This family history researcher wants to be at Kim Kardashian and Kanye West’s wedding at Forte di Belvedere in Florence, Italy . Yup. That’s where I want to be this coming weekend. I want an aisle seat so I can be with Kimye (as they are called) overlooking the Arno River, as they add to their family tree. Historic. Gorgeous. Ancestor search galore!
OK. So Kim K didn’t invite me and neither did her mother. This genealogist in New Jersey says “fuggedaboutit.” Just because I wasn’t invited doesn’t mean I can’t do family history research in Italy. I will do my genealogical search and know everything about the family who built the darn fortress where the Kardashians will be having the wedding. So there.
Much like how the Kardashian family today rules the news, the Medicis were front and center in Florence. They were the family that ruled the universe in Italy.
Ya hear me, Kim and Kanye. I’ll be with you in spirit.
But I’m focusing on the real genealogical search gold.
This family history researcher in New Jersey says to check out da place:
Built in 1590-95 by Gran Duke Ferdinando I de’ Medici, it was built on the south side of the Arno River. He built it to protect the center of government in Florence, the Pitti Palace and the south end of the city. This Renaissance fortress also showed everyone the power of the Medici family. It is said to have held the family treasury and to have provided a shelter for the Grand Duke in case of emergencies.
There are secret passageways to the Pitti Palace through the Boboli Gardens and there is a connection to the Palazzo Vecchio with the Vasari Corridor. (Maybe Kim and Kanye will escape into their limousine this way?)
The full name of the castle is the Fortezza di Santa Maria in San Giorgio del Belvedere, but it is more commonly known as Forte Belvedere.
Now all of you genealogy researchers, we’re going to peek into, as a family history researcher in New Jersey might say, the noblest family in that region of Italy. It is some family tree and you don’t have to do a faraway ancestor search. Those Medicis all stayed pretty close to home for most of what we see in an ancestor search. A few moved to France or England. And a genealogical search in Italy shows a few ended up in Rome… Well, that isn’t so far away…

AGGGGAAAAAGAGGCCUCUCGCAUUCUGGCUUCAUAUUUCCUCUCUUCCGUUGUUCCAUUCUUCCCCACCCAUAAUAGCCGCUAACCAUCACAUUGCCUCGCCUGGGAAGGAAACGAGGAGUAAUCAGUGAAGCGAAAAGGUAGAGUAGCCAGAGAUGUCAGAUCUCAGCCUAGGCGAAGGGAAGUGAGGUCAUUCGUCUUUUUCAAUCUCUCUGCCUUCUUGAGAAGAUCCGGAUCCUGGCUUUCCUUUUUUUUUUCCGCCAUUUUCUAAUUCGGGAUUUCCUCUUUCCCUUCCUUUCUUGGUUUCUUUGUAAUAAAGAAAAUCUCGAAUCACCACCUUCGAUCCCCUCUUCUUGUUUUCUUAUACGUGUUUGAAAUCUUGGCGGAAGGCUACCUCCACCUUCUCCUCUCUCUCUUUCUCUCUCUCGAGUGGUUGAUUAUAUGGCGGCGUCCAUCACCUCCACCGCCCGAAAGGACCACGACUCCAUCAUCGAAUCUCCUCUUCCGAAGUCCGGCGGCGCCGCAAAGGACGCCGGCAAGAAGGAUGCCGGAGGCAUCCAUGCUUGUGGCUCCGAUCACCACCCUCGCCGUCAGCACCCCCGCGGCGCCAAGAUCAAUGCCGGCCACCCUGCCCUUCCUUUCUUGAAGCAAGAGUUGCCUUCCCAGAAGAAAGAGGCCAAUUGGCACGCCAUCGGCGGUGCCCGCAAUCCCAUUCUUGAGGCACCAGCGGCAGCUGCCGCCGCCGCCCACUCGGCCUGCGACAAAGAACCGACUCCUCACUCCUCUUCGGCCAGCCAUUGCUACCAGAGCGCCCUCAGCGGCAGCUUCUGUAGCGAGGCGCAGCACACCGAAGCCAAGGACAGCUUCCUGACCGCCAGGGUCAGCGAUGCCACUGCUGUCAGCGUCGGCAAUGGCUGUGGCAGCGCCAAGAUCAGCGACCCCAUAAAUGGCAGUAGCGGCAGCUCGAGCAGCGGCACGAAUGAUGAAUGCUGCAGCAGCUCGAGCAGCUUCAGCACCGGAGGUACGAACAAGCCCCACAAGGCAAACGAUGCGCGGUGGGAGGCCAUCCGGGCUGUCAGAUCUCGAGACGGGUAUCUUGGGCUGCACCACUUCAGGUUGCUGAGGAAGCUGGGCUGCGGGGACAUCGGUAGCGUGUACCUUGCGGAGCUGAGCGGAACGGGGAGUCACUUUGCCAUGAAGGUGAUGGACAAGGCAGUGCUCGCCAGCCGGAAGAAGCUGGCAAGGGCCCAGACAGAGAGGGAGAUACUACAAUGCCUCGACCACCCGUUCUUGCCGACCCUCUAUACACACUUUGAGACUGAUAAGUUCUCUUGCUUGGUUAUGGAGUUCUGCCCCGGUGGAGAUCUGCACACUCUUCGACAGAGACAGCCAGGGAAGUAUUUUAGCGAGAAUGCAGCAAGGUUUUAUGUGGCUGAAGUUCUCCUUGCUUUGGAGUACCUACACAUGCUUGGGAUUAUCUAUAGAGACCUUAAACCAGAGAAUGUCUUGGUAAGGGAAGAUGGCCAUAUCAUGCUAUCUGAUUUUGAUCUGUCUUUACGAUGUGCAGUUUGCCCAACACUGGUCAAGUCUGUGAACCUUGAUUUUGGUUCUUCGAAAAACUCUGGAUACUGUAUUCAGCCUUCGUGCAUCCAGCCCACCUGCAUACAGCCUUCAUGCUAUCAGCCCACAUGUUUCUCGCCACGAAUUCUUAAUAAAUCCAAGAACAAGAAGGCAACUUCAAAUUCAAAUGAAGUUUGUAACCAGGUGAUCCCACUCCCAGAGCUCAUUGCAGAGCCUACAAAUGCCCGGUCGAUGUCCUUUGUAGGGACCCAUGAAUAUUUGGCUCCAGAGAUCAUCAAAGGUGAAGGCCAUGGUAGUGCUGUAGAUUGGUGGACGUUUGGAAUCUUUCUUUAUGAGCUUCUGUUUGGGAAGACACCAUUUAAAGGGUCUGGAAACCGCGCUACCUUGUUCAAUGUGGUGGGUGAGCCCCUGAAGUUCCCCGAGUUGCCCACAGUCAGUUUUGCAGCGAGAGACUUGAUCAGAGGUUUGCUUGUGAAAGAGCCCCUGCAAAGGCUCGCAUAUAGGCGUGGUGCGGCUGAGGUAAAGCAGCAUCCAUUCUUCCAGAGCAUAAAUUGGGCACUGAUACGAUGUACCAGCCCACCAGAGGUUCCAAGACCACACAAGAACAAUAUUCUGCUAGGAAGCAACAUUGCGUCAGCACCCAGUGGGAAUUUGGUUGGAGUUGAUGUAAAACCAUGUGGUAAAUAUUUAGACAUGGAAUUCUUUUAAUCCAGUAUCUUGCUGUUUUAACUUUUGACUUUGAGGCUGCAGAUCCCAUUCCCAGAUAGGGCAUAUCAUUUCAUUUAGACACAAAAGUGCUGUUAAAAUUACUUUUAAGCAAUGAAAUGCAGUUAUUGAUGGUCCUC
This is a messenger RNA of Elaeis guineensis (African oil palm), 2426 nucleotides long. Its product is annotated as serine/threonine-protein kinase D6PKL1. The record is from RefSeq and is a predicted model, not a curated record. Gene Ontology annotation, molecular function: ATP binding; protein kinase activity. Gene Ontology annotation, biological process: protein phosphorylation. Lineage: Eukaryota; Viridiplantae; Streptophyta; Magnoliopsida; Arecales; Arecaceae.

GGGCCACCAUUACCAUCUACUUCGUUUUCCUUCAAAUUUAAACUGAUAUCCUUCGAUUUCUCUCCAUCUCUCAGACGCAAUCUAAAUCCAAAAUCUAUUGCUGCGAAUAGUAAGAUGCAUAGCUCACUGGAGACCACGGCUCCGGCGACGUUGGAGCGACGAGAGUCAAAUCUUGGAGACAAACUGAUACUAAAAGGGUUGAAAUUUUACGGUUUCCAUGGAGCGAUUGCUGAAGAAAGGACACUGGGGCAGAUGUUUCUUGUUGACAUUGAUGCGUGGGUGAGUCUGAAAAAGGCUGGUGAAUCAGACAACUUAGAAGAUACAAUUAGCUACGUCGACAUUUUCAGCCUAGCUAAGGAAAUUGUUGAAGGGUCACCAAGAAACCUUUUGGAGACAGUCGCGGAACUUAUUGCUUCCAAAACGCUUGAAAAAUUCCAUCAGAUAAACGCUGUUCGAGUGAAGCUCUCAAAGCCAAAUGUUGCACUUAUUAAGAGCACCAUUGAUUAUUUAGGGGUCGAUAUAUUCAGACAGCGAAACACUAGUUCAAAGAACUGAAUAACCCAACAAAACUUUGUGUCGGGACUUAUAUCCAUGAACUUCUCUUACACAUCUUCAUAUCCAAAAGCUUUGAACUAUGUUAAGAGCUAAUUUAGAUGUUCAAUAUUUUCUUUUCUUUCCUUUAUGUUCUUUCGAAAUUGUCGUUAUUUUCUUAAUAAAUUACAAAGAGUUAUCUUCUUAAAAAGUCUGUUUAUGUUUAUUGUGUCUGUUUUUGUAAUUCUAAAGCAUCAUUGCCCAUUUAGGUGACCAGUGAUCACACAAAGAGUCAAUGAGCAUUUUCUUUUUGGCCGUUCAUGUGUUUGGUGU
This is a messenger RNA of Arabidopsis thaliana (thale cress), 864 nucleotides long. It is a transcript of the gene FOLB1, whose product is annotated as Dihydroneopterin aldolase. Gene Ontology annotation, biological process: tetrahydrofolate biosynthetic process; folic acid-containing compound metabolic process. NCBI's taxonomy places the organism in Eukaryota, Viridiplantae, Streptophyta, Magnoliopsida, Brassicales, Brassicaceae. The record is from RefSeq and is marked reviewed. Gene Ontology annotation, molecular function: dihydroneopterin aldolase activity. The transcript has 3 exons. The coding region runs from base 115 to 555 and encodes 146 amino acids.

Now this family history researcher will let you meet the family. May we present: The Medicis.
They began in the 12th century and weren’t rich. Yet, for more than two centuries, they ruled Tuscany.
By the 13th century, they had become successful as bankers. Genealogical research shows that the Medicis helped a friend get the Pope job and were rewarded with business for their bank. At the end of the 13th century, one of the Medicis served as Gonfaliere of Florence, a high political office.
By the 14th century, the wealth and political influence of the family had grown more. Salvestro de’Medici led a revolt of the common people. After that, he took over as ruler in Florence but became a dictator. The genealogical research shows that he didn’t do so well for his family. He was banished from Florence in 1382. A genealogical search in Italy will show the decline of the family fortune at this time until Giovanni di Bicci de’Medici restored things and increased the family’s fortune so that they became the wealthiest family in Italy–some say in all of Europe.